Artist Spotlight: Interview with Tony Guaraldi-Brown by Ryan King
Ryan King: Let's talk about your current art project The Rabid. Written by J.D. Arnold (BB Wolf and the Three LPs) and published by Action Lab Comics (Princeless, Double Jumpers), what more can you tell us about this comic series?
Tony Guaraldi-Brown: So though it looks like a zombie animal comic, it's not. The Rabid really is--the title I think basically explains the series in that. There is a virus that infects animals and while destroying their body stimulates everything else. It stimulates and destroys their body at the same time making them rabid and they like just go after anything they can get a hold of. For the first issue you come across the rats who will eat each other, eat people, eat animals, eat anything that's living. Everything becomes carnivorous after a couple days, at least for right now. They'll die out. And what it does is in the broad spectrum it destroys the ecosystem because rats bite other animals, other animals bite other animals, so on and so forth. And almost all the animals in the world will slowly die or become rabid. And it won't really effect the people as much as people will effect people when all their cattle die and all of a sudden they're like, "We don't have any more beef! AHHH." You know? [Laughter] And never mind that that cow is about to bite your face off it's, "What are we going to eat?"
So that's one side of it. In the small scope of it you have this farm family called the Michaels who really get inundated with the first infestation of rats. In the beginning of the book we've got the mom, Helen, beating the rat with a shovel, you know? And wondering this rat is a little weird and it won't seem to die. And by the end of the first book you see a full blown invasion of rats just attacking people. In the second book it starts to break out into dogs, cats, rabbits. In the third book you've got stags, cattle, monkeys. I think by the fifth one they've got full on steer that they have to deal with. Because they live on a farm in Iowa they're surrounded by animals [laughter]. There's just animals everywhere. And they're also a little isolated, even though they have television and whatnot. And the cellphones are still hard to always get communication about what's happening. So yeah, that's kind of the gist of the story right there.
RK: So how did you come to work with Arnold and the team at Action Lab?
TGB: I've known Johnnie for...oh my goodness, almost ten years. And he and I have tried to get projects off the ground before and either while pitching them companies just haven't been interested or, you know, either he's too busy or I'm too busy. But we've been really good friends for a long time and he called me up one day and was telling me (we were just checking in) that Dave is working with this--Dave Dwonch who is the--what is his title there? Artistic Director? Creative Consultant? I don't know. He's one of those [laughter].
RK: Creative Director.
TGB: That's right. He's Dave [laughter]. [Johnnie] said he just pitched his story to Dave and they're going to probably going to pick up this one and they also want to pick up The Rabid. And I said, 'Which one's The Rabid?' He's like, 'Remember that one about the animals? And they attack people? And they're kind of like zombies?' I was like, 'I want to draw zombie animals...' [laughter]. And so he's like, 'Yeah, I wanted you on the story but I know you're on The Showdown, which is the hot rod story I've been slowly working on. And he said, 'Call Dave. Here's his number. See what he can do.' I called Dave and he's like, 'Oh my god, I totally wanted you for this story but I thought you were busy.' And I was like, 'No, I'll stop that one man. If you guys are actually publishing this, I will do this.' And just knowing Dave for a long time because Dave and I used to work together at another vanity press a long time ago. He was a writer and I was an artist. That never worked out. So Johnnie and I, it all just--just right place, right time. Now I just have to get the book done [laughter].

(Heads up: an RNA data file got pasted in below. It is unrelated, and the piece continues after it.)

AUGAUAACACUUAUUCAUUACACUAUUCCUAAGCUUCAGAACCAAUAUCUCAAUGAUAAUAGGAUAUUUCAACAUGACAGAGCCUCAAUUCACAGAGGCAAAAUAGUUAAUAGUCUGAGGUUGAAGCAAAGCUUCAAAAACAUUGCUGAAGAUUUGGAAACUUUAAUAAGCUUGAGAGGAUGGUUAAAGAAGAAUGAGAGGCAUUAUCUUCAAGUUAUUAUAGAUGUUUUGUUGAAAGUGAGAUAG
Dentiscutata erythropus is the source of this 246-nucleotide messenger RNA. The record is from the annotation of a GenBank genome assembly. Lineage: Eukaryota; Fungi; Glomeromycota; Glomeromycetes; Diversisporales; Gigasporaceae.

RK: Judging from your flip-book preview and the teaser pics you post on your Facebook, The Rabid is shaping up to be an extremely gruesome tale. Do you have any problem creating the disturbing artwork for this project?
RK: Yeah, that goes into my next question that as an independent artist is there any subject matter you would refuse to touch?
TGB: You know, I probably wouldn't do pornography. I don't mind drawing something that arouses people but I don't want to do, for lack of a better term, like jerk-off material. But for this, I know Johnnie and I know what he writes and how he writes. And I know what kind of a person he is. He's a good guy, you know? He's a very kind person, a very nice person. He's a loving father just like I am. And I think that also brings a sensibility about how I can say, you know, if I'm going to have these rats eating this man' face off, I better do the best job I possible can to show them absolutely horrified. And I don't mean like typical, 'Oh my gosh...' but like genuinely like 'Oh-my-god-my-friend-is-being-eaten-alive.' And in the second issue there is this futile attempt where the father, Robert, tries to--his friend is being eaten--and he tries to get these rats off of him. They've got a fire extinguisher so he grabs the fire extinguisher and the rats are pretty much just like, 'Yeah, whatever. I'm going to keep eating.' And you can see him and he's just like, 'I don't know what to do here.' You know? And I think showing the futility of that situation combined with the gruesomeness of what's happening I think kind of heightens the idea of the artwork just better than blood, guts, and gore. I'm not interested in that. I'm interested in the emotional impact of it.
RK: Another project you've had on the back burner for quite some time is the graphic novel called The Showdown, written by Russ Lippitt (Lion's Share). What can you tell us about this project?